Covid-19: The Curious Case Of West Bengal

THE WEEK|May 24, 2020

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Covid-19: The Curious Case Of West Bengal
With low testing and the highest Covid-19 mortality rate in the country, West Bengal could be staring at a public health disaster. THE WEEK takes a look at how things came to a head in the state
Rabi Banerjee

IN A MESS West bengal chief minister Mamata Banerjee

On March 19, as Prime Minister Narendra Modi announced a Janata Curfew to tackle the Covid-19 pandemic, West Bengal seemed preoccupied with the Citizenship (Amendment) Act and its attendant politics. Though Chief Minister Mamata Banerjee did not object to Modi’s decision, many shops remained open on March 22, the day of the curfew. The same day, Banerjee declared a lockdown in West Bengal till March 27, signalling that the state would decide on all pandemic-related measures.

At the time, both Banerjee and the state BJP were chalking out plans for next year’s assembly elections. While many BJP leaders were slated to visit the state, Banerjee was preparing to head to north Bengal, where her party was routed in the 2019 Lok Sabha elections. She was banking on the anti-CAA sentiment in the state, and her new strategist, Prashant Kishor, was keenly monitoring the situation.

Elsewhere, a storm was brewing. As Covid-19 cases started increasing in March, many factories across the country began releasing workers and shutting down. Amid the panic and chaos, a large number of Bengalis had to return home. “There was no way I could stay there (Kerala),” said Tofajjal Sheikh, a young man from Lalgola in Murshidabad. “I was working in an agro-farm near Kasargod. My employer asked me to go back home as many other employees were also running a fever. I came to Lalgola on March 12.”

Thousands of others also returned, but medical checks at the stations were reportedly lax. “I was alarmed to see how migrants were treated,” virologist Amitava Nandy told THE WEEK. “They were all coming from highly infected zones and were released after being given hydroxychloroquine (HCQ). This is absurd and unimaginable. HCQ has no role at the pre-exposure level. Even in full-blown patients, it does not kill the virus but only reduces symptoms. They should have been sent for institutionalised quarantine.”

Hundreds of students from Rajasthan, Kerala and Maharashtra, who returned in buses and trains, were also given HCQ and allowed to go home to various parts of the state.

“We are unable to track the virus because the way it is mutating is alarming,” said Nandy. “It has a certain character in one place, but just 5km away, it is mutating in such a way that the old antibodies fail to tackle it.”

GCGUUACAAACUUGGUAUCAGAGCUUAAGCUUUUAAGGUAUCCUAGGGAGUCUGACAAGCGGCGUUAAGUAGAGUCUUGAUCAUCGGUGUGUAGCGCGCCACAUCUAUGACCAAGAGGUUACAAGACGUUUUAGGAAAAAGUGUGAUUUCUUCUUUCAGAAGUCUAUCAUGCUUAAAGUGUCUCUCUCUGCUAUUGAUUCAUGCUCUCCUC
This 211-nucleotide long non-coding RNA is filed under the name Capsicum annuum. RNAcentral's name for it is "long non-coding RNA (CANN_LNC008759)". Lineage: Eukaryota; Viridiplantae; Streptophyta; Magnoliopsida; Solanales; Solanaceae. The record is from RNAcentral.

When the Modi government first extended the lockdown till April 30, Banerjee said her state would also do so, but with a human face. Bengal kept open markets and gave relaxations to labour-intensive sectors like tea and jute. However, people violated social distancing norms in these places, which could have worsened the situation in the state.

TOUGH JOB Health workers waiting for the body of a Covid-19 patient at Bangur Hospital in Kolkata

Bengal was also reportedly late in tracking down those who had attended the Tablighi Jamaat event in Delhi, which later became a Covid-19 hotspot. According to news reports, the state began identifying the attendees only on March 31, nearly 10 days after the event had ended.

A large number of people from Kolkata, Howrah, South 24 Parganas, Hooghly, North 24 Parganas, Malda and Murshidabad had gone to the Tablighi markaz (centre). The Bengal government, however, officially detected only 73 attendees, who came to it voluntarily. “If Assam could detect 500 cases within three days and altogether 800 cases, why could the Bengal government not go beyond 73?” asked state BJP president Dilip Ghosh. “Apart from migration, the Tablighi returnees are the major reason for infections in the rural belt. The government knew it and did nothing.”


But there were also some who supported Banerjee. “The chief minister dealt with the Tablighi issue correctly,” said Syed Zamirul Hasan, state president of the All India Majlis-e-Ittehadul Muslimeen. “They (Tablighis) are known for their cleanliness. It is a pity that the Centre and many other governments gave them a bad name and ill-treated them.”

Nevertheless, people living in certain parts of central Kolkata like Park Circus and Taltala—where many Tablighi Jamaat followers from Uttar Pradesh and Bihar are said to be staying—told THE WEEK that they saw many bodies being taken out from their areas recently.


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May 24, 2020